Fear made her a good student. As a young child, Norma Torres Mendoza knew deportation could end her life in the United States. “I would tell myself, ‘You need to get an A on this exam, because this may be the last one you take,'” Norma told Hoy. “I felt that at any moment someone was going to take me back to Mexico, a beautiful country but one that I don’t really know. I walked with this fear, but this fear also gave me the strength to push ahead.”
Now at 25, Norma is graduating with a Master in Public Policy degree from Harvard University’s Kennedy School of Government. But before she walks down the stage to accept her degree, she’s driving round trip – approximately 3,600 miles – between Cambridge and Houston to pick up her mom, Carmen. Norma’s mom is undocumented; therefore, she can’t just fly in for her daughter’s big day. Norma is a DACA (Deferred Action for Childhood Arrivals) recipient, so she’s been able to travel to Mexico to reconnect with her native country.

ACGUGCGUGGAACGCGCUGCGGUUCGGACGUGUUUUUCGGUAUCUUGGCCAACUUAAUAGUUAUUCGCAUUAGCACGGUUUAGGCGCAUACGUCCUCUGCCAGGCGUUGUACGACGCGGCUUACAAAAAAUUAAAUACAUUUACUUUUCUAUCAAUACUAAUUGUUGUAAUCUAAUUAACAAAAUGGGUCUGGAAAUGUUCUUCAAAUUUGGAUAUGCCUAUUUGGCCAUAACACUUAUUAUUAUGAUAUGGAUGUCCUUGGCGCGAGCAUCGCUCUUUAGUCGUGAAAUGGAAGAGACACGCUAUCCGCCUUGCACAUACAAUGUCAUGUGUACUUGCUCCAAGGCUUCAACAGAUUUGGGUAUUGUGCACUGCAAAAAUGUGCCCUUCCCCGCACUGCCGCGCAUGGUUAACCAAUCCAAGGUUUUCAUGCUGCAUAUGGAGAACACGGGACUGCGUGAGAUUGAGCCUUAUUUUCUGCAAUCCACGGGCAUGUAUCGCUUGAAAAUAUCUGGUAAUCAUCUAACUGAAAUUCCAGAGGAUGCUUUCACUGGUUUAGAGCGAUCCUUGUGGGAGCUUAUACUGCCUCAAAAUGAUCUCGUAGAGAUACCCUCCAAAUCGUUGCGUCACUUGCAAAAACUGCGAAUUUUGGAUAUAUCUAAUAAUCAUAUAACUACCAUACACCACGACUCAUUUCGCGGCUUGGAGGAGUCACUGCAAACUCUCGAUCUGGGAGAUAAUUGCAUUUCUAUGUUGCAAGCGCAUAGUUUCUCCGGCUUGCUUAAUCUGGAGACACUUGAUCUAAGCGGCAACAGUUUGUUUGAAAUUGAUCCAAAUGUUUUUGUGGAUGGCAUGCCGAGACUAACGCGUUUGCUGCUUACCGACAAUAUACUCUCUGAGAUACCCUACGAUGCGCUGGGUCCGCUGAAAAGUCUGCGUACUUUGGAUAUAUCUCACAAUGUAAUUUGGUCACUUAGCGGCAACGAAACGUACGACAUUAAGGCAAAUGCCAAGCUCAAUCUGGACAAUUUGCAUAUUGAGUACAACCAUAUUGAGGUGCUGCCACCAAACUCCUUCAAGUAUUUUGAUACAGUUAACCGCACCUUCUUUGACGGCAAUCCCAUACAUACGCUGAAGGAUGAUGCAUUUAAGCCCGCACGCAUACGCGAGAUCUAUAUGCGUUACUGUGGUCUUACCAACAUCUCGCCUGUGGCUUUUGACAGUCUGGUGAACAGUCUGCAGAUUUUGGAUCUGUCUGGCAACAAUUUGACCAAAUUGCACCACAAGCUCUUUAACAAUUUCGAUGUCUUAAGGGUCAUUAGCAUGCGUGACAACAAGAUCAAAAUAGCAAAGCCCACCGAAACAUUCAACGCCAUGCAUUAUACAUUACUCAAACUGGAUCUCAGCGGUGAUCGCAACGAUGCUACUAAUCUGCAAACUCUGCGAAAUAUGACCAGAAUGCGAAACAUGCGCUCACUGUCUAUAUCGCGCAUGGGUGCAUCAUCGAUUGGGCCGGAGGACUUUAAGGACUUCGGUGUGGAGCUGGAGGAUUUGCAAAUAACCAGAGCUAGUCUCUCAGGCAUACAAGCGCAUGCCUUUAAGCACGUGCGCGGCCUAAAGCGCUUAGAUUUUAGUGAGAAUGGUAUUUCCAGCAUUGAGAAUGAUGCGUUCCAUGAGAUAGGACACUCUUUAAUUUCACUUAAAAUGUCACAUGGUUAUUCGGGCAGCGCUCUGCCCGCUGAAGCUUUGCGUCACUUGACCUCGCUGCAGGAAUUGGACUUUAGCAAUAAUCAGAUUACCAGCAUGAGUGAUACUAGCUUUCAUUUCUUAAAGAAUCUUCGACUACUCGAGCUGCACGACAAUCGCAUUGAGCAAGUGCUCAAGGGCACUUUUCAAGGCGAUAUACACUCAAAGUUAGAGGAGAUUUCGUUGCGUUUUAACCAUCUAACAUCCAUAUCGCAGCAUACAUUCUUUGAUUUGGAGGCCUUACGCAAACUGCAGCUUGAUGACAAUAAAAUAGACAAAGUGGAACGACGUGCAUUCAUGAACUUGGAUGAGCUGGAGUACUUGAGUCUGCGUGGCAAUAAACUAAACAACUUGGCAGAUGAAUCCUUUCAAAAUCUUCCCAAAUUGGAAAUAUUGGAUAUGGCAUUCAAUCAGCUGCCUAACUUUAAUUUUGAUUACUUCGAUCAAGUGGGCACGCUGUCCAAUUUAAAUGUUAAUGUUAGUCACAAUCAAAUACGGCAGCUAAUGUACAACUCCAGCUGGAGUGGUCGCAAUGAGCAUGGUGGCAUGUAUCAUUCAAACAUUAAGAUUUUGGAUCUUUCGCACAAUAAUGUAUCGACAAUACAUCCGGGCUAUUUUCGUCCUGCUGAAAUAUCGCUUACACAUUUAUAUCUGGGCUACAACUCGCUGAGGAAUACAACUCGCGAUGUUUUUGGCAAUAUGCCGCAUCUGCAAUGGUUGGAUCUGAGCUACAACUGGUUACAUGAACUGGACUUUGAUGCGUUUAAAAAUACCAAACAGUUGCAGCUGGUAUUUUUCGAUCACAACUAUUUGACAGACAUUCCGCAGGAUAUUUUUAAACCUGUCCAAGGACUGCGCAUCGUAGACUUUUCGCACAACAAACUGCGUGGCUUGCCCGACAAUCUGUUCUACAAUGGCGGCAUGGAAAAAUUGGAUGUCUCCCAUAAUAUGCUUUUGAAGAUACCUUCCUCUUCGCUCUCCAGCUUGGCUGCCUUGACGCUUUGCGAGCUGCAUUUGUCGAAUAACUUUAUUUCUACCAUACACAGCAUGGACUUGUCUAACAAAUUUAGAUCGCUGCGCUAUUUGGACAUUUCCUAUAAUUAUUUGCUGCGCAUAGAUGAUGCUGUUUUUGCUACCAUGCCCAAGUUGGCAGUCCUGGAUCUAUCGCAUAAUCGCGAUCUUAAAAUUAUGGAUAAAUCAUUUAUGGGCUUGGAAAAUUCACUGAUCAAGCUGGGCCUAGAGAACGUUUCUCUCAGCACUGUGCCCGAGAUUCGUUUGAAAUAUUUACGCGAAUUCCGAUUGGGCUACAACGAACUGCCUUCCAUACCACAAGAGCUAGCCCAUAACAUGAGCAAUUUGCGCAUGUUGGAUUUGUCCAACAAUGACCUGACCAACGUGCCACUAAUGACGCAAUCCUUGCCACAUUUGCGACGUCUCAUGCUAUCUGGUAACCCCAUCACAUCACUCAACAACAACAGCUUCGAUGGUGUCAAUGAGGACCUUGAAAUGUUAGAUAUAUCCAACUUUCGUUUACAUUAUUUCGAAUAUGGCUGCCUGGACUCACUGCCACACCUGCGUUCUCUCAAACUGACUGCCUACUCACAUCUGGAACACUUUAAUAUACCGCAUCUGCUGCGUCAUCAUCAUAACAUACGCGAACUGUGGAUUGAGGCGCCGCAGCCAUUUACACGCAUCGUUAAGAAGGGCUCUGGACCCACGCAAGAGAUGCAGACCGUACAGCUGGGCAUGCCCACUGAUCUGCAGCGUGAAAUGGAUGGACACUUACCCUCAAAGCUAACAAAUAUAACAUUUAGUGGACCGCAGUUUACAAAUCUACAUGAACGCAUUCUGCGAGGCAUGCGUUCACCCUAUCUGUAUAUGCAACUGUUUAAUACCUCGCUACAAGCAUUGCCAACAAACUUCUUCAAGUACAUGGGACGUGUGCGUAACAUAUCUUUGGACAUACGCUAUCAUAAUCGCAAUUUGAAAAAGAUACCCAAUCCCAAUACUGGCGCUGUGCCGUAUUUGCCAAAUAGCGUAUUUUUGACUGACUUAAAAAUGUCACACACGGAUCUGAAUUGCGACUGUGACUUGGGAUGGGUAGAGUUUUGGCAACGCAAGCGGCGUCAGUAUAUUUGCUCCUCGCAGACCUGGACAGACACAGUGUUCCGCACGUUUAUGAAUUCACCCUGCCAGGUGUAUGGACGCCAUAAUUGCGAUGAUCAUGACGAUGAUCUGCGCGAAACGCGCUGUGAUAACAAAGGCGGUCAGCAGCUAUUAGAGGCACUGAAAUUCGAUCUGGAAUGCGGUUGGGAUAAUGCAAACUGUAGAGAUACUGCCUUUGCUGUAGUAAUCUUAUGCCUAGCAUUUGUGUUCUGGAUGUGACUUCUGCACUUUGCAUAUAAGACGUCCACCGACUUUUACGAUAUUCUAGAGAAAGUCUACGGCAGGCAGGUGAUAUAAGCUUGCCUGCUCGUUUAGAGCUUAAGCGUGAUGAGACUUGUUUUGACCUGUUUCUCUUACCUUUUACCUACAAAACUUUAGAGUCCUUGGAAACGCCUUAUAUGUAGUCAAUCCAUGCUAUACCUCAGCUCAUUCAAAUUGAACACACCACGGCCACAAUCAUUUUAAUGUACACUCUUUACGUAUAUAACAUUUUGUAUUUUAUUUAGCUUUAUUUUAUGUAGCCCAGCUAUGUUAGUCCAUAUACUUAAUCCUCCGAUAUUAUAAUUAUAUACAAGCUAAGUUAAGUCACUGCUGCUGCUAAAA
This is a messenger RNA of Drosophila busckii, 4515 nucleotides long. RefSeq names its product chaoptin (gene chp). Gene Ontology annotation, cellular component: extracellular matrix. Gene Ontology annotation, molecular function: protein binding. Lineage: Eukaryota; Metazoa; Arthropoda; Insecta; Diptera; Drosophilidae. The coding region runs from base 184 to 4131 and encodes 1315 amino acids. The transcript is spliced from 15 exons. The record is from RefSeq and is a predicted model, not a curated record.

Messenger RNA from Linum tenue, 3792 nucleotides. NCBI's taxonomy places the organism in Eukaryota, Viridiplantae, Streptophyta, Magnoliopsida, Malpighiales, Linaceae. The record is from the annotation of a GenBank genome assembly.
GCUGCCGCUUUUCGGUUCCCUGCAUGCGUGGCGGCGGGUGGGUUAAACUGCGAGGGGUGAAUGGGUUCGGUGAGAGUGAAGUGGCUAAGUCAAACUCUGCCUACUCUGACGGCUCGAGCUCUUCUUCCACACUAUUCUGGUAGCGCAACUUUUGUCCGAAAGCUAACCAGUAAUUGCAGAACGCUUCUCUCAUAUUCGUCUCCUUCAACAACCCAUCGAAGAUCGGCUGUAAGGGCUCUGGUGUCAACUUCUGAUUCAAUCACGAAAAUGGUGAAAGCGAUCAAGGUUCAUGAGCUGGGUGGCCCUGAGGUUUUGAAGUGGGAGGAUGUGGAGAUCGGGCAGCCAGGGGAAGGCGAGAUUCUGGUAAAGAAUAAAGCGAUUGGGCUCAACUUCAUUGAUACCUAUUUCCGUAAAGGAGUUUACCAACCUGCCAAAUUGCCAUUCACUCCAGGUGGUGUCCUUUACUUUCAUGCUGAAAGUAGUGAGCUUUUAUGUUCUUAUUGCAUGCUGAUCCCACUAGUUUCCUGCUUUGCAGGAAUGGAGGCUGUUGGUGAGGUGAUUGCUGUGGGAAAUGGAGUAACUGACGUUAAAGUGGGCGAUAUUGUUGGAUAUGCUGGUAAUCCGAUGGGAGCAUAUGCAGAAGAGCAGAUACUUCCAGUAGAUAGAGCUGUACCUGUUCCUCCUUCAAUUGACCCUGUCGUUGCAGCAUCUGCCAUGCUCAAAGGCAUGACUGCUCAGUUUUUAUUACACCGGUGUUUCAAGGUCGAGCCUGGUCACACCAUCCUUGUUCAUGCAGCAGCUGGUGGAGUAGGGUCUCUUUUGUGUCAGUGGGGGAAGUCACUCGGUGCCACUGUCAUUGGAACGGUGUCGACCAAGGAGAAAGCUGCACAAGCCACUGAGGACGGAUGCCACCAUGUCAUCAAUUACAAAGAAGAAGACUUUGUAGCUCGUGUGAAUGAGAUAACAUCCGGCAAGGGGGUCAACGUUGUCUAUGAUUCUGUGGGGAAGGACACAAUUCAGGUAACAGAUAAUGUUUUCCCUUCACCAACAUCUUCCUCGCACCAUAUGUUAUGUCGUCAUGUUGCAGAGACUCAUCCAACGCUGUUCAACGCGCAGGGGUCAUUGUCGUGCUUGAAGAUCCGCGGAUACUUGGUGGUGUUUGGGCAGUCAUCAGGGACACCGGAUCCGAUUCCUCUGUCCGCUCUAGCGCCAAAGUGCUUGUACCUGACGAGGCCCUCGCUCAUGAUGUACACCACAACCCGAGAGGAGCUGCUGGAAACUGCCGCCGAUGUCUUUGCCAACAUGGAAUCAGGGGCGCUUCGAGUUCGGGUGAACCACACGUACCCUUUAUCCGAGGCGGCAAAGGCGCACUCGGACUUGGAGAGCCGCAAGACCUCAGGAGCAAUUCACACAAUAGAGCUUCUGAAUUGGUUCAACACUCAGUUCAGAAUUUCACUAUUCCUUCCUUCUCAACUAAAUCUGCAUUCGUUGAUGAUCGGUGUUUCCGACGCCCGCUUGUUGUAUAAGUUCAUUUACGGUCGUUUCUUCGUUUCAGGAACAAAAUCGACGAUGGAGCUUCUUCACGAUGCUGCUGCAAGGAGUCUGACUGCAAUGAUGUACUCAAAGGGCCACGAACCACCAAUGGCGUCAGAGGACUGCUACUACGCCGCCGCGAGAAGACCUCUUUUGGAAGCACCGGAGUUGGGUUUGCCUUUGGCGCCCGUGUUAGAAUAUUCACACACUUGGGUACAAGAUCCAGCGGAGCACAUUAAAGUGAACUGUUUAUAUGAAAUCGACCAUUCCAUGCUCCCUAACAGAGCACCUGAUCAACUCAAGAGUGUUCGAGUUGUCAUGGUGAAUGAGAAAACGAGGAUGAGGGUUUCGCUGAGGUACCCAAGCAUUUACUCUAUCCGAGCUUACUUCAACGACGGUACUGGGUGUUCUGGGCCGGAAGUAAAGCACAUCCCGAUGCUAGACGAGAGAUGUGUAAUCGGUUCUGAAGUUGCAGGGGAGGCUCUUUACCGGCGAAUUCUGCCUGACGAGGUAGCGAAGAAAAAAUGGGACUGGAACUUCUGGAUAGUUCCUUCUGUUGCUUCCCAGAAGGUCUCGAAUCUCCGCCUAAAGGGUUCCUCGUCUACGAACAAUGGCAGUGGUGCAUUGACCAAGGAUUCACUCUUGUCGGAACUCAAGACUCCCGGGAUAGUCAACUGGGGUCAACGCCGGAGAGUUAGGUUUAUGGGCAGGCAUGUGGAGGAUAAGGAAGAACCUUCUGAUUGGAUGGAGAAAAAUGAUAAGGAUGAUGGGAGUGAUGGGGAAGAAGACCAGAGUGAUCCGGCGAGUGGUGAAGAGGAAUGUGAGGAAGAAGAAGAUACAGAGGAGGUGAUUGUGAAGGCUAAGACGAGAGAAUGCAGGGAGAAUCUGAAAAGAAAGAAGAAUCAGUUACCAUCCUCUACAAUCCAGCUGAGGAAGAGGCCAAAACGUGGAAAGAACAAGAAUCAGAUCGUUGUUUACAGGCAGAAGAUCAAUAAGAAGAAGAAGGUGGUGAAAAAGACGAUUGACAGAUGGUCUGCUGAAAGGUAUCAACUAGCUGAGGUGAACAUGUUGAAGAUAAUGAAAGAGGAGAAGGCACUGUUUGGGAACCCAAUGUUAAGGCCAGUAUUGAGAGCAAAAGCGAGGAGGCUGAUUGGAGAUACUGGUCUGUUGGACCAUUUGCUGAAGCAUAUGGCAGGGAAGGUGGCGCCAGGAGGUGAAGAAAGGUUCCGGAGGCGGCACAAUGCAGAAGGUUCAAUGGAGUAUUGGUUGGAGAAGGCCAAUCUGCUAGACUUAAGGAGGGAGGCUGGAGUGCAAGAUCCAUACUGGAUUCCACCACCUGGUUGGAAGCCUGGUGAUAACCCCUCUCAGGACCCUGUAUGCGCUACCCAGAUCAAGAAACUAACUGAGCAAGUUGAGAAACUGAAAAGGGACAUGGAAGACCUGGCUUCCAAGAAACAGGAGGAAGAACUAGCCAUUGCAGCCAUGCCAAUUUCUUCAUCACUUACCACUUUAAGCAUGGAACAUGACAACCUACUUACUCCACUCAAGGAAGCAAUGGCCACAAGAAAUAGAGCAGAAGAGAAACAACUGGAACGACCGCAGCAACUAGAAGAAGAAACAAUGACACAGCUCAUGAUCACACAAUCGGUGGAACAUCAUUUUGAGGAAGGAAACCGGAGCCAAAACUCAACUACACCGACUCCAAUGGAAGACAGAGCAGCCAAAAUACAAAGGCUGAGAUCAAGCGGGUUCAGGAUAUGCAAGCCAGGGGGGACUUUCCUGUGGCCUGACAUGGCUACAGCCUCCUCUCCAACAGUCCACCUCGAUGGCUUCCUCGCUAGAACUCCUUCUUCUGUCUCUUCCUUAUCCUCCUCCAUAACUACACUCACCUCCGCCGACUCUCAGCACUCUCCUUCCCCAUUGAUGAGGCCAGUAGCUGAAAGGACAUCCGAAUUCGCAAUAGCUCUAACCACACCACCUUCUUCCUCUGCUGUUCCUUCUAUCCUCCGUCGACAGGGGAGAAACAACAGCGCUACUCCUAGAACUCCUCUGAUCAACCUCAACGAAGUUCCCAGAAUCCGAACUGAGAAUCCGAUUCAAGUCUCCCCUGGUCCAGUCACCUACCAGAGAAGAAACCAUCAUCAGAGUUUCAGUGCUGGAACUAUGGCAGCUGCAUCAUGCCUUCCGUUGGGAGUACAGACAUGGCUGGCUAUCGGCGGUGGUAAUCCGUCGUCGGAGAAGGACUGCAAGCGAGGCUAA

The road trip is easy. Getting to this moment hasn’t been. Carmen and Norma crossed the border 16 years ago in search for better opportunities. After the terrifying trip – when they finally reached Houston – they couldn’t rest easy because deportation was always a very real possibility. Norma had seen it firsthand.
School also came with difficulties for Norma. Some of her classmates teased her for bringing tacos for lunch. “They were terrible,” she said. “They laughed at my tacos, saying they smelled bad. So I told my mom that I didn’t want tacos anymore, that I wanted peanut butter and jelly sandwiches, because I want to be American now.”
But her schoolwork didn’t suffer, and it eventually led her to…..
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